Chinese Continue to Lead Global Steel Production

Written by Peter Wright

Global steel production in July hit an annual rate of 1.855 billion metric tons. Capacity is calculated to be 2.38 billion metric tons; therefore, capacity utilization was 78 percent, according to the latest Steel Market Update analysis of World Steel Association data.

In three months through July, Chinese production grew by 10.5 percent year over year as the rest of the world grew by 2.3 percent. In 2018, China has increased its share of global steel production, which in June hit an all-time high of 52.7 percent, declining slightly in July to 52.6 percent.

Figure 1 shows annualized monthly production on a 3MMA basis and capacity utilization since January 2000. May, June and July were the first months for the annualized production rate to exceed 1.8 billion metric tons. On a tons-per-day basis, production in July was 4.986 million metric tons with a 3MMA of 5.017 million metric tons. June and July were the first-ever months to exceed 5 million tons per day on a 3MMA basis. In December 2016, the OECD’s steel committee estimated that global capacity would increase by almost 58 million metric tons per year between 2016 and 2018, bringing the total to 2.43 billion tons. That forecast is coming to pass as capacity is now 2.38 billion tons.

As we dig deeper, we start with seasonality. On average, global production on a tons-per-day basis peaked in the early summer in the years 2010 through 2016, but last year the second half downtrend was delayed until November. Figure 2 shows the average tons per day of production for each month since 2008. In those 11 years on average, July has been down by 2.8 percent; this year July was down by 1.7 percent. Note: July had one extra day over June, which is why tons per day were down as total monthly production was up. 

Figure 3 shows the monthly year-over-year growth rate of global production on a 3MMA basis since January 2005. Growth was 5.0 percent in May, 5.7 percent in June and 6.2 percent in July.

Table 1 shows global production broken down into regions, the production of the top 10 nations in the single month of June, and their share of the global total. It also shows the latest three months and 12 months of production through June with year-over-year growth rates for each period. Regions are shown in white font and individual nations in beige. The world overall had positive growth of 6.2 percent in three months and 5.1 percent in 12 months through July. When the three-month growth rate exceeds the 12-month growth rate, as it did in June and July, we interpret this to be a sign of positive momentum. These were the first months of positive momentum since October last year. On the same basis, China grew by 10.5 percent and 6.5 percent. All regions had positive growth in the three months through July. India had the second highest growth rate, (second only to China). Table 1 shows that North America was up by 2.8 percent in three months. Within North America, the U.S. was up by 4.6 percent, Canada was down by 6.9 percent and Mexico was up by 1.5 percent.

In the 12 months of 2017, 115.3 million metric tons of steel were produced in NAFTA, of which 70.8 percent, 11.9 percent and 17.3 percent were produced in the U.S., Canada and Mexico, respectively.

Figure 4 shows China’s production since 2005 and Figure 5 shows the year-over-year growth. China is increasingly dominating the global steel market. The much publicized capacity reductions in China are not the same as cutting production.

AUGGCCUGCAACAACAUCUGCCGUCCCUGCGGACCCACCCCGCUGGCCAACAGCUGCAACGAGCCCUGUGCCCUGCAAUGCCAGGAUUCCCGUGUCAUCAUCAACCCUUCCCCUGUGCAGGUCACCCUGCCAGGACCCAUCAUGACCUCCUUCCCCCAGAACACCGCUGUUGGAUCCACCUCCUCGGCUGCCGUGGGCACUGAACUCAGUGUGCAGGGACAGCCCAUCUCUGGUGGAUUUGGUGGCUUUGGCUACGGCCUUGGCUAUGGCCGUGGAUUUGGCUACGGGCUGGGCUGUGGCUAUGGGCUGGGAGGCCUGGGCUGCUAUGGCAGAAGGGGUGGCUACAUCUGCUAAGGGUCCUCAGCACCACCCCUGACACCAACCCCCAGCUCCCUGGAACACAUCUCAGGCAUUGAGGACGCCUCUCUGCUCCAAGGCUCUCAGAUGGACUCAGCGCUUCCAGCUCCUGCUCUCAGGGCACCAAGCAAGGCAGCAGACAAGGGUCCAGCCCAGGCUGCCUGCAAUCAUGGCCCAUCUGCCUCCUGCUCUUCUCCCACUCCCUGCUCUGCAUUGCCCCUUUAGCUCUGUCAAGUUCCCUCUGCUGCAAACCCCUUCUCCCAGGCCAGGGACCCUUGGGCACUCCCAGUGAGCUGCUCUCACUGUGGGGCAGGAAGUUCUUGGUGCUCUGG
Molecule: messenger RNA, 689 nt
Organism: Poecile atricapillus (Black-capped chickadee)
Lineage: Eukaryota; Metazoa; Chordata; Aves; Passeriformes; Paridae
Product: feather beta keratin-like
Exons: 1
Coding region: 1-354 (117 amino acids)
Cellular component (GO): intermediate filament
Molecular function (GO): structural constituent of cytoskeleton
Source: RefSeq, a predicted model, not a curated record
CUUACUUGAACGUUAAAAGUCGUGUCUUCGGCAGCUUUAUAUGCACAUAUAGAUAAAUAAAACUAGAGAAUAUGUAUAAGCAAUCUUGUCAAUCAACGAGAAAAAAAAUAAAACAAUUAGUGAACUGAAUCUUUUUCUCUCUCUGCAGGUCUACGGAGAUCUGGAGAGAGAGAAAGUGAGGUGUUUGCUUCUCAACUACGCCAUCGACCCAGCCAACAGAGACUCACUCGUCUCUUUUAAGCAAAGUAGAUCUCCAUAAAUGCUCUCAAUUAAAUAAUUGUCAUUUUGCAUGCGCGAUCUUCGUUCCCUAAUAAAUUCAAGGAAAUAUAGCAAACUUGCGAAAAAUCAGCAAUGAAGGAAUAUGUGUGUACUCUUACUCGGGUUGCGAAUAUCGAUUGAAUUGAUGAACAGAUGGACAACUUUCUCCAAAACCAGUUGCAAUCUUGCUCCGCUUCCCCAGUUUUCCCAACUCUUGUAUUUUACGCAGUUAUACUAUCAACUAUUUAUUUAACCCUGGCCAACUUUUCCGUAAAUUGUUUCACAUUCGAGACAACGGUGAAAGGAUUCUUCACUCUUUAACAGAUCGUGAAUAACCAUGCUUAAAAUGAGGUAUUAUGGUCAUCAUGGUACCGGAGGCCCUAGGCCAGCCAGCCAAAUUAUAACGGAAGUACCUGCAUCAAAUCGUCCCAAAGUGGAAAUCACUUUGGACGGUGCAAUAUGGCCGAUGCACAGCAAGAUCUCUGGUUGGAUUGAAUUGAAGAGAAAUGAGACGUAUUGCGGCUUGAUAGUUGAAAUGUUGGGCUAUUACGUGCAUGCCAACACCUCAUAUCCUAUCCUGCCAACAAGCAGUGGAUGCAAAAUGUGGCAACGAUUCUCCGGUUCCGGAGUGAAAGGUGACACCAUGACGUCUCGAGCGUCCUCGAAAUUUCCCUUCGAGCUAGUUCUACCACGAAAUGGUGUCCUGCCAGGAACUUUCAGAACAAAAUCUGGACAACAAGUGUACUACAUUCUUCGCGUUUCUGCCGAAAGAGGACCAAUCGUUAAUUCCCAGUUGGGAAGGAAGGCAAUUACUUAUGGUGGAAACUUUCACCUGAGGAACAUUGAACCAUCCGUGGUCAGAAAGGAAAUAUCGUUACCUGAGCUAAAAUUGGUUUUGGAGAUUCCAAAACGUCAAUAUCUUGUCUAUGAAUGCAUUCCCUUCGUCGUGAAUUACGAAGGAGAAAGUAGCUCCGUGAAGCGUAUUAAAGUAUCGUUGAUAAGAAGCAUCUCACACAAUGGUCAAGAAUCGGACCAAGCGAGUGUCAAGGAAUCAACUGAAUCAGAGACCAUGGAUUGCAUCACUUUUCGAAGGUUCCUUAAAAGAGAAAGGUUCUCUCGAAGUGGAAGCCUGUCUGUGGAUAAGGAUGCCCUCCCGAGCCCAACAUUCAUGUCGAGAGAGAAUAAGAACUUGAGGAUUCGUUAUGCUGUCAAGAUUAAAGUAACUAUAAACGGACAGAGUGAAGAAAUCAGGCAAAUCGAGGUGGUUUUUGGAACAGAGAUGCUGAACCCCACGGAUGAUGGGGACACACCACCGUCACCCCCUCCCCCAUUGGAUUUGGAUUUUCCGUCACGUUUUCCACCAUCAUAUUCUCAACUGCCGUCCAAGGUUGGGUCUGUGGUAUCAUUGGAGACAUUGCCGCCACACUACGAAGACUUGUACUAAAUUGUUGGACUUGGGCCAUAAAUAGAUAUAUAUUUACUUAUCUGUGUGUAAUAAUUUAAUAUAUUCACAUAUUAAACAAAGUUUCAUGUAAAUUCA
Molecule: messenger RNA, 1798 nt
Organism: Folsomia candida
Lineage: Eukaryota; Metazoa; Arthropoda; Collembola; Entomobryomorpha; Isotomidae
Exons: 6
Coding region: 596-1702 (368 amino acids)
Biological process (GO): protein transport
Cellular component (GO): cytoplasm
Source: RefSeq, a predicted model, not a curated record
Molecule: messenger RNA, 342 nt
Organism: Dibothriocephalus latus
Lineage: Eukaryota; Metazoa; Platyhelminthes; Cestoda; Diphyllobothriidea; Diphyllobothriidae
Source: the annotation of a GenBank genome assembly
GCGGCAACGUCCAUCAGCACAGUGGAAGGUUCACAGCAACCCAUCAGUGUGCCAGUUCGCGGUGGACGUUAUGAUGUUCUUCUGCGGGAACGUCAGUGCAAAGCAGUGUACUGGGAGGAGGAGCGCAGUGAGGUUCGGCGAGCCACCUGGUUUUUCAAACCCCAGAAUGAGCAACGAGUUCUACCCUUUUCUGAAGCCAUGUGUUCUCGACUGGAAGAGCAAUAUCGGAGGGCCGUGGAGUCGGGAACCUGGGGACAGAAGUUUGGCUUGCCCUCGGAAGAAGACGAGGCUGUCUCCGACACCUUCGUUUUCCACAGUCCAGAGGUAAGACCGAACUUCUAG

The April WSA Short Range Outlook (SRO) for apparent steel consumption in 2018 and 2019 is shown by region in Figure 6. WSA forecasts global steel demand will reach 1,616.1 Mt in 2018, an increase of 1.8 percent over 2017. In 2019, it is forecast that global steel demand will grow by 0.7 percent to reach 1,626.7 Mt. T.V. Narendran, chairman of the WSA economics committee, commented: “In the next couple of years the global economic situation is expected to remain favorable with high confidence and strengthening recovery of investment levels in advanced economies. Benefitting from this, steel demand in both developed and developing economies is expected to show sustained growth momentum with risks relatively limited. However, possible adverse impact from rising trade tensions and the probable U.S. and EU interest rate movements could erode this current momentum. The outlook for steel demand in the U.S. remains robust on the back of the strong economic fundamentals – strong consumption and investment due to high confidence, rising income and low interest rates. The manufacturing sector is being supported by a low dollar and increasing investment, while rising housing prices and steady non-residential sector growth point to a healthy construction sector. Though the recent tax reform is further expected to boost steel demand through its positive impact on investment, there is some concern over a possible overheating of the economy. The announced infrastructure plan is unlikely to affect steel demand in the short term.”

WSA is one of the largest industry associations in the world. Members represent approximately 85 percent of the world’s steel production, including over 160 steel producers, national and regional steel industry associations, and steel research institutes.

SMU Comment: In three months through July, China’s production grew more than four times as fast as the rest of the world. We don’t doubt that old plants are being closed for environmental reasons, but modern plants are increasing production and new plants are coming on stream. In its April forecast, the IMF raised its projection for global economic growth in 2018 and 2019, which will have a positive effect on global steel consumption, particularly in the developing world.

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